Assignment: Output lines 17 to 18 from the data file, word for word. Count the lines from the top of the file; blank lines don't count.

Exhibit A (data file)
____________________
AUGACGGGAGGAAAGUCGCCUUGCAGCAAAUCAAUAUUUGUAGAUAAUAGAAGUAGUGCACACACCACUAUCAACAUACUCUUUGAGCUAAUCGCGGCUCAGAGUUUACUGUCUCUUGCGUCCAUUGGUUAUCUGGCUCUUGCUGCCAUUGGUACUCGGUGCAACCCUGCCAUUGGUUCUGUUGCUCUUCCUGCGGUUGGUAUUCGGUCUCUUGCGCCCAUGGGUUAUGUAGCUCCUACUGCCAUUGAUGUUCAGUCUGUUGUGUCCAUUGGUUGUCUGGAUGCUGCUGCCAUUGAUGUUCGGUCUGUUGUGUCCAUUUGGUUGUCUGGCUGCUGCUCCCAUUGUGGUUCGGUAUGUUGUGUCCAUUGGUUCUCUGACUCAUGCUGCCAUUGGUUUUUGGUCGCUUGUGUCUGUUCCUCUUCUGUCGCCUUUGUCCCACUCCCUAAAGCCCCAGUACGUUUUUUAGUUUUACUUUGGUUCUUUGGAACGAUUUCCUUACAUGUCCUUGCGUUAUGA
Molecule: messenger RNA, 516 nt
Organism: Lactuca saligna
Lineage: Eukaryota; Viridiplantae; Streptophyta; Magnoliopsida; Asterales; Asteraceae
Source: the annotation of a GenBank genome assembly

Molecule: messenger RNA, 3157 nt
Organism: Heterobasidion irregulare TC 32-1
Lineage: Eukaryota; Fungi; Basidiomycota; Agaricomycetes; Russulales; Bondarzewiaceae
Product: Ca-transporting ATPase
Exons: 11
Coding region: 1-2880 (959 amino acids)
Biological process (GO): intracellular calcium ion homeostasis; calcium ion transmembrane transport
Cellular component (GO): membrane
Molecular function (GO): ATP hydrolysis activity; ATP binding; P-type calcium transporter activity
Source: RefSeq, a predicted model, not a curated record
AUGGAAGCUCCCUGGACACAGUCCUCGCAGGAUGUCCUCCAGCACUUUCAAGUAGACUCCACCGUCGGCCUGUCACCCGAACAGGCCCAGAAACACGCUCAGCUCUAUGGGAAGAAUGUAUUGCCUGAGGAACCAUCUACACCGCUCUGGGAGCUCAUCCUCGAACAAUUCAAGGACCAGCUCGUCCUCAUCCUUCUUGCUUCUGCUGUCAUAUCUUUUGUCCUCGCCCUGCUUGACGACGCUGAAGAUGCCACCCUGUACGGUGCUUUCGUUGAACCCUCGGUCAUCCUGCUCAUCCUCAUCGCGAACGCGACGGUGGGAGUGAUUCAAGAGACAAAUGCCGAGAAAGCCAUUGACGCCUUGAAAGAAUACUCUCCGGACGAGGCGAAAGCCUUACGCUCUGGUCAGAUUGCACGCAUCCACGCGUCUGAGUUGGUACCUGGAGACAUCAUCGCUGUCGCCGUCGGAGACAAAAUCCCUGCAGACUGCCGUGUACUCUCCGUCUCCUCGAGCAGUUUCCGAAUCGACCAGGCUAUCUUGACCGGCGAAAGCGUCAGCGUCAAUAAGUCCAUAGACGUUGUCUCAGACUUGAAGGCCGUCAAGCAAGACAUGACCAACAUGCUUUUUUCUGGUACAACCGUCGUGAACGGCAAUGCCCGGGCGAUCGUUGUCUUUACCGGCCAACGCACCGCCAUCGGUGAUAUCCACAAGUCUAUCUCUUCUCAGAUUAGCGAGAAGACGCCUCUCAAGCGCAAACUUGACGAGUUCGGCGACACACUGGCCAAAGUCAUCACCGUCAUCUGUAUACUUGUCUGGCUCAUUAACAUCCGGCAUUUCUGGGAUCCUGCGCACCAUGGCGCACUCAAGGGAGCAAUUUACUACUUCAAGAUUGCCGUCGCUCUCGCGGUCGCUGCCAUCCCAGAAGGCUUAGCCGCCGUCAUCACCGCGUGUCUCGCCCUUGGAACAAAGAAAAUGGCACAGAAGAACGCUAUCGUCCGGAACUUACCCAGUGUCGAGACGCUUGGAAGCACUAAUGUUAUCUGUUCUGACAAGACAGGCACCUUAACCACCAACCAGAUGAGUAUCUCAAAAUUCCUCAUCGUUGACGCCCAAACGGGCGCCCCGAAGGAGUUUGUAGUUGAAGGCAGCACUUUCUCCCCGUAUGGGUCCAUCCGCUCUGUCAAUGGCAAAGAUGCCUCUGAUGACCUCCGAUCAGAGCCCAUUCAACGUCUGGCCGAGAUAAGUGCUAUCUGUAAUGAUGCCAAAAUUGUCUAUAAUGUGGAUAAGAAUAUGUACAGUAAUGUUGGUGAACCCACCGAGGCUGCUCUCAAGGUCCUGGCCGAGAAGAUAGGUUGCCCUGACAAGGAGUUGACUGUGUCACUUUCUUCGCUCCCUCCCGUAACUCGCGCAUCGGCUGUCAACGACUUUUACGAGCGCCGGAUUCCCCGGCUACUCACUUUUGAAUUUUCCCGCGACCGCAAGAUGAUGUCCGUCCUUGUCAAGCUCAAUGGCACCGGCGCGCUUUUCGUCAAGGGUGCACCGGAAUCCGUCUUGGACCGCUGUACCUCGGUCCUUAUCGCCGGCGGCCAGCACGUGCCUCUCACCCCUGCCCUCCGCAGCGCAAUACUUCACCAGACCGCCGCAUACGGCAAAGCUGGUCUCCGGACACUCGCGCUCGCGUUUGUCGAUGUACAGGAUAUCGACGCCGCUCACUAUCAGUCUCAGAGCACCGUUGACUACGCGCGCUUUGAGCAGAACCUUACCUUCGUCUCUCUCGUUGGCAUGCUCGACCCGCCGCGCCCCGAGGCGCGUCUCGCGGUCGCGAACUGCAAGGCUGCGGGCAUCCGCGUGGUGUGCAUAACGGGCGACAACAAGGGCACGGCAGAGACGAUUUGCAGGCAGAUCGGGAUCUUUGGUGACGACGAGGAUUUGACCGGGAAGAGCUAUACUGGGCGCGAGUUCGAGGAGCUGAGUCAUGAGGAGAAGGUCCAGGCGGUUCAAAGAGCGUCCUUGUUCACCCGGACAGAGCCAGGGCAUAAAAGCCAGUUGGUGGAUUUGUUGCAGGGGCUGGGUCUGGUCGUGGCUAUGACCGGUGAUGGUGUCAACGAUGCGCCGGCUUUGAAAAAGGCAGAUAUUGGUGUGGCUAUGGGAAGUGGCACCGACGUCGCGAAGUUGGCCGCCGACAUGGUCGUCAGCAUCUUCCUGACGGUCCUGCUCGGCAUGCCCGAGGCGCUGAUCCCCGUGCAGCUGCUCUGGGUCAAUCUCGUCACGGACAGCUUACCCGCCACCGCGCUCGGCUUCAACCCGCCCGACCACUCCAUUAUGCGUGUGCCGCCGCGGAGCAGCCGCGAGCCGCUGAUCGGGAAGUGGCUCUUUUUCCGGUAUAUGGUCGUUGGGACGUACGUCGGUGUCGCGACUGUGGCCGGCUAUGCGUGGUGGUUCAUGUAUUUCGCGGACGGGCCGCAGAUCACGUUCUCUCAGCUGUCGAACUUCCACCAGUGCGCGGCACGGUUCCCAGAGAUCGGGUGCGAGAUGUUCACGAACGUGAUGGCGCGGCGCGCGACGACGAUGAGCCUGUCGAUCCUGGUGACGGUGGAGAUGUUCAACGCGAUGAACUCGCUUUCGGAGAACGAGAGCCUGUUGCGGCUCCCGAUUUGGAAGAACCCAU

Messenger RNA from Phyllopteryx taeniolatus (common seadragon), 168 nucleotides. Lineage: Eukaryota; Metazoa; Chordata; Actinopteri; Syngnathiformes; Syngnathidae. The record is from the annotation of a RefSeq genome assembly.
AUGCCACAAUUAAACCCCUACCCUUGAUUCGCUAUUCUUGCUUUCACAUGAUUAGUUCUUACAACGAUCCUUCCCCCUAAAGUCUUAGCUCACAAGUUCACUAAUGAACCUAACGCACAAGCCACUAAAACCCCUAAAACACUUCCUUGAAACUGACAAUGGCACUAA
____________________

Messenger RNA from Phyllopteryx taeniolatus (common seadragon), 168 nucleotides. Lineage: Eukaryota; Metazoa; Chordata; Actinopteri; Syngnathiformes; Syngnathidae. The record is from the annotation of a RefSeq genome assembly.
AUGCCACAAUUAAACCCCUACCCUUGAUUCGCUAUUCUUGCUUUCACAUGAUUAGUUCUUACAACGAUCCUUCCCCCUAAAGUCUUAGCUCACAAGUUCACUAAUGAACCUAACGCACAAGCCACUAAAACCCCUAAAACACUUCCUUGAAACUGACAAUGGCACUAA